The Spanish village of Roa is located in the Castilian province of Burgos, within the autonomous Region of Castile and Leon. It forms part of the Ribera del Duero, in fact, the headquarters of the Wine-Regulating Consortium of the Ribera del Duero is in Roa.
Roa is also widely known under the name of Roa de Duero, a name that has officially been ceased around 1988.
- Juan Martin Diez “El Empecinado” (the Stubborn Warrior), originally born in Castrillo de Duero. He fought valiantly during the Independence War. He arrived in 1813 in Roa to assist the Clergy Merino in the liberation of the village of Roa, at that time occupied by a French army. After the loss at Trienio Liberal, he was sent to be sentenced by order of King Ferdinand VII, and held imprisoned for two years until his hanging in the Town Square of Roa on August 19, 1825.
- Prince Henry of Castile, “El Senador”, son of Ferdinand III, the Saint, King of Castille and Leon, and Queen Beatrice of Swabia. He was Lord of Roa and, along with Queen Maria de Molina, tutor to the minor King Ferdinand IV. He died in Roa on August 8, 1303
- Cardinal Cisneros: Regent of Spain – travelled to meet the future Charles I, but took ill during the travel and seeked accommodation at the palace the Count of Siruela has in Roa. That same night, November 8, 1517, he dies in the village of Roa.
- Doña Violante, daughter of Queen Violante of Hungary and James I of Aragon, “The Conquistador”, was betrothed to Alphonse X, The Wise. After her spouse’s death, the widowed queen retires to the Monastery of Valbuena and, from there, sets a number of reforms and Laws over the villages and townships belonging to her defunct husband, one of the most important being Roa’s Vintage Ordinance of March 19, 1295 for the construction of the village walls and the castle of Roa, as well as the norms and regulations regarding the procedures of vintage.
- Agriculture: This area cultivates excellent potatoes, green beans, vegetables, cheeses, processed meats and the world renowned wines.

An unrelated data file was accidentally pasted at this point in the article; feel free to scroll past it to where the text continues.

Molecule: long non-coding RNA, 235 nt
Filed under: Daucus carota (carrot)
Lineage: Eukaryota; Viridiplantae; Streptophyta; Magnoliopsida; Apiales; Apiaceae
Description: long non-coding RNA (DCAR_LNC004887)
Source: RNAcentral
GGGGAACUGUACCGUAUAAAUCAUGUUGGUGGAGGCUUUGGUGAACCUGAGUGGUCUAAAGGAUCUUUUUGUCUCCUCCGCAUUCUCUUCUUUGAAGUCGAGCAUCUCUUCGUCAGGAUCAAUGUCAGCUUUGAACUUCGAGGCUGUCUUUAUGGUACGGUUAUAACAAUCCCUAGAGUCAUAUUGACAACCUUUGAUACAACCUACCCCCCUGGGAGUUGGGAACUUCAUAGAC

- It is part of the Community of Rural Wine Routes.
- The nearest airports are in Burgos and Valladolid, but Roa is a mere 1.5 hrs from Madrid.
- The Regulating Consortium of the Ribera del Duero Wines are in Roa, housed in the former St. John the Baptist Hospital, built in the Sixteenth Century
Historic buildings and statues
- Church of Our Lady of the Assumption..
- The Statue dedicated to the female vintner, and showing a young woman carrying the typical basket of grapes, was previously located in the center of Town, across the church, and can now be seen in the Plaza de España.
- Statue of the Empecinado (“The Stubborn One”).
- Statue of Cardinal Cisneros.
- Promenade of El Espolón, with canon of the Fourteenth Century and breathtaking views of the valley and the Duero river.
- La Alhóndiga (Village Granary), of the seventeenth Century, dedicated to the storage and trade of cereal. It used to have a section where the vintners would make the wines.
- Archaeological excavation site of prehistoric origins – showing proof of ancient Vaccaei settlements in the central meseta of Northern Spain. Since 1993, Roa is considered a historically protected archaeological location.
- Church of Our Lady of the Valley (Virgen de la Vega), the patron saint of Roa. Annual pilgrimages are recebrated on the second Sunday in May and as main festivity, September 8th.
- Church of San Esteban, located next to the remains of the Southern City Walls, containing important gothic statues. This church initiate the annual Good Friday procession during Holy Week.
- Cross of Saint Pelayo, of the Sixthteenth Century located on a hill on the outskirts of the village.
- Roa still retains some of the remains of the city wall Doña Violante had erect to protect the village against continuous attacks. The most important locations of the wall are the Gate of San Juan and a large stretch of medieval wall, still in perfect condition, near the Plaza Mayor. The wall could not be preserved during the French invasions, and during the Carlista wars, the village was completely burned down, along with the castle and a large portion of the city wall.
- Vuelta a Burgos (Burgos Circuit) – this cycling competition takes place mid August and has Roa as either the starting or final leg of the race.
- Ribera del Duero is very famous, besides the wines, for its roasted baby. From this main dish derive others such as cutlets roasted over vine branches, which can very well be accompanied by other famous products of our area, such as the morcilla (blood sausage), the chorizo or the panceta. The semi-cured sheep- and goat cheeses are also very well-known for their outstanding quality.
- Burgos’ waterways are a natural habitat for crayfish, for whose succulent preparation Roa is also known. Another genuine local dish is the famous tavern-style Cod, which is slowly simmered in a clay pot. This recipe is usually eaten during cold months, but especially during Holy Week.
- Typical desserts are empiñonados (almond and pinenut pastry) or bolillas (an anise pastry). The oil cake (torta de aceite) is very typical bread elaborated in the Ribera del Duero and usually accompanies the roasted baby lamb dishes. The Ribera del Duero wine is a perfect dinner companion to the varied Ribereña gastronomy.
Famous personalities related to Roa
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